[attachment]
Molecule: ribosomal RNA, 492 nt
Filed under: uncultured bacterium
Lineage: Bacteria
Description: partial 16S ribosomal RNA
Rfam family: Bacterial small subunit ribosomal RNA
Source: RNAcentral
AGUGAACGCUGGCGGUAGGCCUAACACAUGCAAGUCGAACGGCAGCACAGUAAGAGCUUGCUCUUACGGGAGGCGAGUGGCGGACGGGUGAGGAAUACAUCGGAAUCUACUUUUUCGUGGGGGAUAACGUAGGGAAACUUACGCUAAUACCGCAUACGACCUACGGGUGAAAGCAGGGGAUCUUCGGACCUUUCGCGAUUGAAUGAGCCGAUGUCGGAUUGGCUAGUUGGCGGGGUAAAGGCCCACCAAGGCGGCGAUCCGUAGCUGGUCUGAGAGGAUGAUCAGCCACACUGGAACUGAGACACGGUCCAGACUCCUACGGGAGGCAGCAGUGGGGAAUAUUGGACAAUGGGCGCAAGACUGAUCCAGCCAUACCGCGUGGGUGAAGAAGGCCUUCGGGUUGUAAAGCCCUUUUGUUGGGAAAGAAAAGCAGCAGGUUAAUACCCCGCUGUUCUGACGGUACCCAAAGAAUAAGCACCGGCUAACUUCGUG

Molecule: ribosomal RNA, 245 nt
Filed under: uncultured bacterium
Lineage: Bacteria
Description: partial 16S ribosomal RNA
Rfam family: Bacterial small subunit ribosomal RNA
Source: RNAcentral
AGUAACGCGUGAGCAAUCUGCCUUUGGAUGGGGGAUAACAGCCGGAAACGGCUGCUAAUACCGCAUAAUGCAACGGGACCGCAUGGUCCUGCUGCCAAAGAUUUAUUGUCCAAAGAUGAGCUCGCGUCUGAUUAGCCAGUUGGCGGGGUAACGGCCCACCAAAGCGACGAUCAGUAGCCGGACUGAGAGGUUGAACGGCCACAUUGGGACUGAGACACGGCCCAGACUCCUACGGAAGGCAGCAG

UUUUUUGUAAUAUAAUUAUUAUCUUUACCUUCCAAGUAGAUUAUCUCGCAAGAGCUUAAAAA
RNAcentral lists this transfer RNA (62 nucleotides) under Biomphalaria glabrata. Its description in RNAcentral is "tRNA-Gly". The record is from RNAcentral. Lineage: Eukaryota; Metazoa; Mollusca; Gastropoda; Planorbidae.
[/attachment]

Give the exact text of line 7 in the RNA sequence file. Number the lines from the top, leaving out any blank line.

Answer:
AGUGAACGCUGGCGGUAGGCCUAACACAUGCAAGUCGAACGGCAGCACAGUAAGAGCUUGCUCUUACGGGAGGCGAGUGGCGGACGGGUGAGGAAUACAUCGGAAUCUACUUUUUCGUGGGGGAUAACGUAGGGAAACUUACGCUAAUACCGCAUACGACCUACGGGUGAAAGCAGGGGAUCUUCGGACCUUUCGCGAUUGAAUGAGCCGAUGUCGGAUUGGCUAGUUGGCGGGGUAAAGGCCCACCAAGGCGGCGAUCCGUAGCUGGUCUGAGAGGAUGAUCAGCCACACUGGAACUGAGACACGGUCCAGACUCCUACGGGAGGCAGCAGUGGGGAAUAUUGGACAAUGGGCGCAAGACUGAUCCAGCCAUACCGCGUGGGUGAAGAAGGCCUUCGGGUUGUAAAGCCCUUUUGUUGGGAAAGAAAAGCAGCAGGUUAAUACCCCGCUGUUCUGACGGUACCCAAAGAAUAAGCACCGGCUAACUUCGUG